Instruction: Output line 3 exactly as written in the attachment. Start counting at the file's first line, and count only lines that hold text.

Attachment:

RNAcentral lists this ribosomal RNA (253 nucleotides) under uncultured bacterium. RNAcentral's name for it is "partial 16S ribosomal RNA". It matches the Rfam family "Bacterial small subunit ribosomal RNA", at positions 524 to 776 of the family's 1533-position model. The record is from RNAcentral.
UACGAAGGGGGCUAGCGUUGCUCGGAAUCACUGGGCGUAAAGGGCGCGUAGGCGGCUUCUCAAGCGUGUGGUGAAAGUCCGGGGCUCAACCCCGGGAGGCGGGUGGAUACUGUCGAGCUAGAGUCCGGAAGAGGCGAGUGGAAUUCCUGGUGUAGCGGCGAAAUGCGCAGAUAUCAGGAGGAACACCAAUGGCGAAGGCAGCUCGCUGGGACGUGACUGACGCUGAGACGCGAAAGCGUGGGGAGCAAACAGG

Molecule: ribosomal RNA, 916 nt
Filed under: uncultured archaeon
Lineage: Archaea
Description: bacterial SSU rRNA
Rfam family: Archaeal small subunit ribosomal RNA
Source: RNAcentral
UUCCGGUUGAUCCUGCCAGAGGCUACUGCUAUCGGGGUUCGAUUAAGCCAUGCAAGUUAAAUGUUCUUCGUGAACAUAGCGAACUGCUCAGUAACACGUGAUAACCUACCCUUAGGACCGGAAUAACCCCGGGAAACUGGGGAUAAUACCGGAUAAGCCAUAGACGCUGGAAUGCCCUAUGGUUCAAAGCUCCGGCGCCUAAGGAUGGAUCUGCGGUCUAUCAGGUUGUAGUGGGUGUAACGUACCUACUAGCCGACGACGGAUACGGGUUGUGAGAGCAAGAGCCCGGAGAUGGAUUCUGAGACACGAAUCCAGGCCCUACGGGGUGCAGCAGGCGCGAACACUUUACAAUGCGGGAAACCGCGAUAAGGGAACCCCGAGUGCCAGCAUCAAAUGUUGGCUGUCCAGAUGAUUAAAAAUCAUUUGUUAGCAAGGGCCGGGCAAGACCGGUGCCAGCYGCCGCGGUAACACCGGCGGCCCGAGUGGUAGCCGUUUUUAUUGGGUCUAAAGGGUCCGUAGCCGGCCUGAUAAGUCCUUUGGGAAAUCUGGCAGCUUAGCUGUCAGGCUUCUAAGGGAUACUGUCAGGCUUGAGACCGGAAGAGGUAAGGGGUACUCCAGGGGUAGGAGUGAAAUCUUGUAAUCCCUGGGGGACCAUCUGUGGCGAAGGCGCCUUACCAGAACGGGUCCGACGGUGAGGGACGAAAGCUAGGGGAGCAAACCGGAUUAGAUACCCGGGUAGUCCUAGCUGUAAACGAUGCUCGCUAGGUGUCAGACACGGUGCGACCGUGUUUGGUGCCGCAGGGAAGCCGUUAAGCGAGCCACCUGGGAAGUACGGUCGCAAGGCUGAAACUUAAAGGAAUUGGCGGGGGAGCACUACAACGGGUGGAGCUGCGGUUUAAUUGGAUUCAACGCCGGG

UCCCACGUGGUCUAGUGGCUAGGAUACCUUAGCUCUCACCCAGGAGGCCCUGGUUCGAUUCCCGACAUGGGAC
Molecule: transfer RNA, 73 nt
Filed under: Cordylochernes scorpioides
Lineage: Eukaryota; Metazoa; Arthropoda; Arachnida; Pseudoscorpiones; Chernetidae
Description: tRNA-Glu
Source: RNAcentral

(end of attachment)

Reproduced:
Molecule: ribosomal RNA, 916 nt